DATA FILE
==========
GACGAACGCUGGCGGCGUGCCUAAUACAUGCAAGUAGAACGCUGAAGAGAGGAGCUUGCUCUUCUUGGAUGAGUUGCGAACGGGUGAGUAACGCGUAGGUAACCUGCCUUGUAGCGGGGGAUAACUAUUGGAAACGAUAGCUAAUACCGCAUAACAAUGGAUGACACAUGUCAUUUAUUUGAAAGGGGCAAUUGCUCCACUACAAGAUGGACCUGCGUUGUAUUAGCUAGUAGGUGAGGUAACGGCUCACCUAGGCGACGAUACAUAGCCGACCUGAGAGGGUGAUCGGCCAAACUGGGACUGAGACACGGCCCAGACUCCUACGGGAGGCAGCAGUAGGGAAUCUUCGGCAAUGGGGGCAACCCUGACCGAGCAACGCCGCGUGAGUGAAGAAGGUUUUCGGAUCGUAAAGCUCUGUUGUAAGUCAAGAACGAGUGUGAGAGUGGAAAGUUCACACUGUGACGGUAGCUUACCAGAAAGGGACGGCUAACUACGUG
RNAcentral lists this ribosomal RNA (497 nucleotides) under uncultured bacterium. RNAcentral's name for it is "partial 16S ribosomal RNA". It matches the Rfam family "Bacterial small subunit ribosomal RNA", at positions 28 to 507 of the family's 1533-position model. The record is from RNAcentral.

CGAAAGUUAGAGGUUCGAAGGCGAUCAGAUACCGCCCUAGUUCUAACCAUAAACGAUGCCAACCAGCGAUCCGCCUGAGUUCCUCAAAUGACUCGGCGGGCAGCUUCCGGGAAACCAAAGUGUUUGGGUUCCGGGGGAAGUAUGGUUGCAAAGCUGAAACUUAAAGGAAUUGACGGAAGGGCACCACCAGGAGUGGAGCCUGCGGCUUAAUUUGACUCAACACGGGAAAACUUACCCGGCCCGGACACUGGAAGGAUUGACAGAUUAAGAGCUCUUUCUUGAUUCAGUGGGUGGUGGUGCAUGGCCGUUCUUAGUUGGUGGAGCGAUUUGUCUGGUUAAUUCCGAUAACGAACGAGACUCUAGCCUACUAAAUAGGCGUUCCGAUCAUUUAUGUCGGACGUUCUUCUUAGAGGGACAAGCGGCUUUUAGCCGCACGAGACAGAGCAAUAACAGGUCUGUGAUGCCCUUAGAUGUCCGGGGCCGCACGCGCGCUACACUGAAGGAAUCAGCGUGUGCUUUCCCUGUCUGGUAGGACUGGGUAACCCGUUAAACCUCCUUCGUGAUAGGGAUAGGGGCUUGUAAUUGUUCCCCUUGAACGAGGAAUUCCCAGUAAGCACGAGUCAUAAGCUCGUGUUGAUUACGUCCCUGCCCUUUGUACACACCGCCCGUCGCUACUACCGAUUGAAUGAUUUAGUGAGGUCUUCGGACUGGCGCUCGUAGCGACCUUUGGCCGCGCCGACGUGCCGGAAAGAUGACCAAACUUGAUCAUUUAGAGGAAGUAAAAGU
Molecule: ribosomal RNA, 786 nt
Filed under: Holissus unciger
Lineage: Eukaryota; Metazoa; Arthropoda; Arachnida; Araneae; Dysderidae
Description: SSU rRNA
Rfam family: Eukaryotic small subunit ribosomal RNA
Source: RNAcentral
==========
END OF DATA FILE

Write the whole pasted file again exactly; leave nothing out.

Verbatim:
GACGAACGCUGGCGGCGUGCCUAAUACAUGCAAGUAGAACGCUGAAGAGAGGAGCUUGCUCUUCUUGGAUGAGUUGCGAACGGGUGAGUAACGCGUAGGUAACCUGCCUUGUAGCGGGGGAUAACUAUUGGAAACGAUAGCUAAUACCGCAUAACAAUGGAUGACACAUGUCAUUUAUUUGAAAGGGGCAAUUGCUCCACUACAAGAUGGACCUGCGUUGUAUUAGCUAGUAGGUGAGGUAACGGCUCACCUAGGCGACGAUACAUAGCCGACCUGAGAGGGUGAUCGGCCAAACUGGGACUGAGACACGGCCCAGACUCCUACGGGAGGCAGCAGUAGGGAAUCUUCGGCAAUGGGGGCAACCCUGACCGAGCAACGCCGCGUGAGUGAAGAAGGUUUUCGGAUCGUAAAGCUCUGUUGUAAGUCAAGAACGAGUGUGAGAGUGGAAAGUUCACACUGUGACGGUAGCUUACCAGAAAGGGACGGCUAACUACGUG
RNAcentral lists this ribosomal RNA (497 nucleotides) under uncultured bacterium. RNAcentral's name for it is "partial 16S ribosomal RNA". It matches the Rfam family "Bacterial small subunit ribosomal RNA", at positions 28 to 507 of the family's 1533-position model. The record is from RNAcentral.

CGAAAGUUAGAGGUUCGAAGGCGAUCAGAUACCGCCCUAGUUCUAACCAUAAACGAUGCCAACCAGCGAUCCGCCUGAGUUCCUCAAAUGACUCGGCGGGCAGCUUCCGGGAAACCAAAGUGUUUGGGUUCCGGGGGAAGUAUGGUUGCAAAGCUGAAACUUAAAGGAAUUGACGGAAGGGCACCACCAGGAGUGGAGCCUGCGGCUUAAUUUGACUCAACACGGGAAAACUUACCCGGCCCGGACACUGGAAGGAUUGACAGAUUAAGAGCUCUUUCUUGAUUCAGUGGGUGGUGGUGCAUGGCCGUUCUUAGUUGGUGGAGCGAUUUGUCUGGUUAAUUCCGAUAACGAACGAGACUCUAGCCUACUAAAUAGGCGUUCCGAUCAUUUAUGUCGGACGUUCUUCUUAGAGGGACAAGCGGCUUUUAGCCGCACGAGACAGAGCAAUAACAGGUCUGUGAUGCCCUUAGAUGUCCGGGGCCGCACGCGCGCUACACUGAAGGAAUCAGCGUGUGCUUUCCCUGUCUGGUAGGACUGGGUAACCCGUUAAACCUCCUUCGUGAUAGGGAUAGGGGCUUGUAAUUGUUCCCCUUGAACGAGGAAUUCCCAGUAAGCACGAGUCAUAAGCUCGUGUUGAUUACGUCCCUGCCCUUUGUACACACCGCCCGUCGCUACUACCGAUUGAAUGAUUUAGUGAGGUCUUCGGACUGGCGCUCGUAGCGACCUUUGGCCGCGCCGACGUGCCGGAAAGAUGACCAAACUUGAUCAUUUAGAGGAAGUAAAAGU
Molecule: ribosomal RNA, 786 nt
Filed under: Holissus unciger
Lineage: Eukaryota; Metazoa; Arthropoda; Arachnida; Araneae; Dysderidae
Description: SSU rRNA
Rfam family: Eukaryotic small subunit ribosomal RNA
Source: RNAcentral